You should see Russia yourself to dispel myths about this country. Bitter winter days will become a good background which will help you to take in the country spirit. In winter, you’ll realize why vodka is a national Russian drink. Walking along the Red Square or the windy embankment of the Neva river, going to a pancake house, no tea will help you to get warm. And pancakes with caviar or redfish have a completely different taste with a vodka shot. And what if all holidays and festivities take place on the street? Imagine, New Year’s Eve, the central squares of the cities get overcrowded a few hours before the chime of bells. By the way, it’s always easy to distinguish foreign tourists in this crowd by their clothing: shapka-ushanka (hats with earflaps), which is a timeless trend, down-padded coats or sheepskin coats and knitted mittens. And what comes to Russia, our girls wear mini-skirts and high-heeled boots. Why is it like this? It’s because Russian people are always hot, no matter how cold it is outside
For over 300 years, Russians celebrate the New Year, and during this period a lot of traditions joined the celebration, both European and American, and the native ones, Soviet. The symbol of the holiday was a grandfather with a white beard, who is named Ded Moroz.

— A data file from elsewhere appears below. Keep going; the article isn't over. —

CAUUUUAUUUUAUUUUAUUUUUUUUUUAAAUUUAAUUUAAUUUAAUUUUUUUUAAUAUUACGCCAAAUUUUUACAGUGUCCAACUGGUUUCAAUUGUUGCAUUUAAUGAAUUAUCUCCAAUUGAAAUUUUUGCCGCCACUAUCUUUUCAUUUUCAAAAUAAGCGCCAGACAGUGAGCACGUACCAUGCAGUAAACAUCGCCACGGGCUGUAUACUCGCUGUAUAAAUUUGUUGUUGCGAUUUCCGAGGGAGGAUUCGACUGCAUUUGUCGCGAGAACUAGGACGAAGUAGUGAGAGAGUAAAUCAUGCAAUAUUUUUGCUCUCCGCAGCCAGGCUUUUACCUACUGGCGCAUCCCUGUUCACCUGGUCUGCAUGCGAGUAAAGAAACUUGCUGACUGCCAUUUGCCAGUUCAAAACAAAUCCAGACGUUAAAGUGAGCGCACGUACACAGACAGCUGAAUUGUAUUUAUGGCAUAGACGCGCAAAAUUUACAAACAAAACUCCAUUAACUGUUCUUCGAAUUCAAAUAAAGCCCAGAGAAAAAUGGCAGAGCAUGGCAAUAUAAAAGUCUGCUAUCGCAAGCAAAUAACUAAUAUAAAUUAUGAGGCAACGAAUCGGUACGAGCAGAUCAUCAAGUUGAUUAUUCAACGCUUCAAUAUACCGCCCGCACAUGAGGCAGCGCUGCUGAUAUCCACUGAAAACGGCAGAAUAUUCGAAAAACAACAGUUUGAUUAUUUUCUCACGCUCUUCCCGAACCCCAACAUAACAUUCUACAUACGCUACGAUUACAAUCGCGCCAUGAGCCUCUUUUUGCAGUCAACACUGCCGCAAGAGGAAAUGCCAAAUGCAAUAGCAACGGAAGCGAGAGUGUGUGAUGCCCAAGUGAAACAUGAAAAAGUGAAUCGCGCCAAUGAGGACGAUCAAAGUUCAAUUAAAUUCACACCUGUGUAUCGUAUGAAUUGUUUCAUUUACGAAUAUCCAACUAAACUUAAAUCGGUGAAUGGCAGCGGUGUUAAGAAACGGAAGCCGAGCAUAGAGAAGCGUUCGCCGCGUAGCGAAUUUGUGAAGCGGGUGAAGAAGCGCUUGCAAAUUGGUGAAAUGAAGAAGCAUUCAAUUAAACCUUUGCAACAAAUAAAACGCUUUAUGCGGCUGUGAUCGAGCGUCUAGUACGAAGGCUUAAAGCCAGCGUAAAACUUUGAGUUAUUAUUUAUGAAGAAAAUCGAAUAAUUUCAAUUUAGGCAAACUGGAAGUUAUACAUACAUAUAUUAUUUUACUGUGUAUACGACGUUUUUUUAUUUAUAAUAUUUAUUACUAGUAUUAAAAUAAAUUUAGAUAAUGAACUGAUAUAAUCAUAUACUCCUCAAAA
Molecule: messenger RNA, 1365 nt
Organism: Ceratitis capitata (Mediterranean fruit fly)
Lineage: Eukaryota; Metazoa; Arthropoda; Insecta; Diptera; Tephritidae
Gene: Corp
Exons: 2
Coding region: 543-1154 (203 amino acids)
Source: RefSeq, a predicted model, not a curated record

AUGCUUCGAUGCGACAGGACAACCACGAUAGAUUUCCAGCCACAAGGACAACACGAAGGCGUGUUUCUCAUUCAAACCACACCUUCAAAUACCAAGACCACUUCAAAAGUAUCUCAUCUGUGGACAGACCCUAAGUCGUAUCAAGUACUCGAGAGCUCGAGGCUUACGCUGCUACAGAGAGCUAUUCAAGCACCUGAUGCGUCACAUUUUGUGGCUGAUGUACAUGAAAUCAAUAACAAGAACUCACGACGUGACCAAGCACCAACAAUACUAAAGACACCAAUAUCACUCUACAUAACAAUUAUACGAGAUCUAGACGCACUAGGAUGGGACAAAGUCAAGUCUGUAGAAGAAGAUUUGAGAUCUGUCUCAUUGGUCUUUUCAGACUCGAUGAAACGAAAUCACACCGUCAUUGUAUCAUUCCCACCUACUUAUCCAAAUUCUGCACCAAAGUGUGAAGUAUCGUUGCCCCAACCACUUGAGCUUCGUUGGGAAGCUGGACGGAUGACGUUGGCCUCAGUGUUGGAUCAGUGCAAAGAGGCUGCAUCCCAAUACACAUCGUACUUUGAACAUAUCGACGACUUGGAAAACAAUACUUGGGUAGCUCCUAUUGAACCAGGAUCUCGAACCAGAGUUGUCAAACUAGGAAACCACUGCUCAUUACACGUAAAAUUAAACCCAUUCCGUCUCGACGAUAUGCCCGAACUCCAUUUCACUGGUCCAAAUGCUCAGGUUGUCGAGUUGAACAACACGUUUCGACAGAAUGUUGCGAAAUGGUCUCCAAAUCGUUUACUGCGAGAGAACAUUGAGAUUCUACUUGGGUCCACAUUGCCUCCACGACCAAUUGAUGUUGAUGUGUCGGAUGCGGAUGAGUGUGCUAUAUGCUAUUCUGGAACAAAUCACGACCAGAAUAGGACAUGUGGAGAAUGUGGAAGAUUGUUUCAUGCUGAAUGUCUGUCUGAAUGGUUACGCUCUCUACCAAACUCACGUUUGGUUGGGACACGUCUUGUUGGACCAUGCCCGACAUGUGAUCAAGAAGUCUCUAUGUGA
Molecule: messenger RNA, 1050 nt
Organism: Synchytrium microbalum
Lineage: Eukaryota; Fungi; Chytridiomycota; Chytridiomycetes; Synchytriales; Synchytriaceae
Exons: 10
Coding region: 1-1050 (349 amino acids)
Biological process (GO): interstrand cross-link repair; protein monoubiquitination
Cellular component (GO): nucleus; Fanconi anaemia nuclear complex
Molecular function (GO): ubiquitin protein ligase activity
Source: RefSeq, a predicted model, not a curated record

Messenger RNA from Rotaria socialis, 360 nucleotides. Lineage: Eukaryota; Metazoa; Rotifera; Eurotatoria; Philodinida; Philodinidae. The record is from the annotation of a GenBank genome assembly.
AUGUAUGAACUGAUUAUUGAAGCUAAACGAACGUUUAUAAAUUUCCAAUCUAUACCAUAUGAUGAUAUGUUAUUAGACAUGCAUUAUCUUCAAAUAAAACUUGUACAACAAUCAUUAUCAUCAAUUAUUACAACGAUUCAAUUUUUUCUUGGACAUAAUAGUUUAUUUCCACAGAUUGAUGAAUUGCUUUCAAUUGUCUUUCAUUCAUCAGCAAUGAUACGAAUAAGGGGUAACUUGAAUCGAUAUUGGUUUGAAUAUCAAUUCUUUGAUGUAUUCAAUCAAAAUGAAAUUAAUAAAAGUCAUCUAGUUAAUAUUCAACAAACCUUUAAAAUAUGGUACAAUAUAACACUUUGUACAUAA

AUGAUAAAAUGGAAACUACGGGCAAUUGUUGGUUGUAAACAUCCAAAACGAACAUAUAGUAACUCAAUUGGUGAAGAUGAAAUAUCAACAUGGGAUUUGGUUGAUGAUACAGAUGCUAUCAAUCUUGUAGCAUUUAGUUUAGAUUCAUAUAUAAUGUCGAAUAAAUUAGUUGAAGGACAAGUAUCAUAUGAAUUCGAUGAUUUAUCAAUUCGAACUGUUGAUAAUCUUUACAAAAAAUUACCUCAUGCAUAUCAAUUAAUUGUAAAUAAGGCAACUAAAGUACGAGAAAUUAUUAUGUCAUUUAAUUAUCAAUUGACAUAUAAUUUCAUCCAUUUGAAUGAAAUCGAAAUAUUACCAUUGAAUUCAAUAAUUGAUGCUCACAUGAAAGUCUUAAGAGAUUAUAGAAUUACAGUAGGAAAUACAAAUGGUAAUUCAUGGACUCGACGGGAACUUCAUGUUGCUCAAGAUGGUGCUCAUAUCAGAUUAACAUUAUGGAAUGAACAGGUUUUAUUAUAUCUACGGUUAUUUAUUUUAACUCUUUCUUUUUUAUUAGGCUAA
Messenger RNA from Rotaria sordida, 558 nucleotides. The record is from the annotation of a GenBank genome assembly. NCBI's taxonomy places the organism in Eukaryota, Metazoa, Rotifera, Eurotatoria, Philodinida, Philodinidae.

The Russian Ded Moroz is a modified version of the American Santa Claus. Ded Moroz has an assistant, a girl from the snow named Snegurochka. Annually, starting from the first days of December, this couple attends various New Year’s events, which are held in kindergartens, schools, and cultural centers. Children traditionally dance around a beautifully decorated Christmas tree, recite poems, sing songs and get wonderful gifts from Ded Moroz. The atmosphere of this holiday is everywhere. Carnival costumes, confetti, and tangerines make children happy, and it’ll stay in their memory for many years.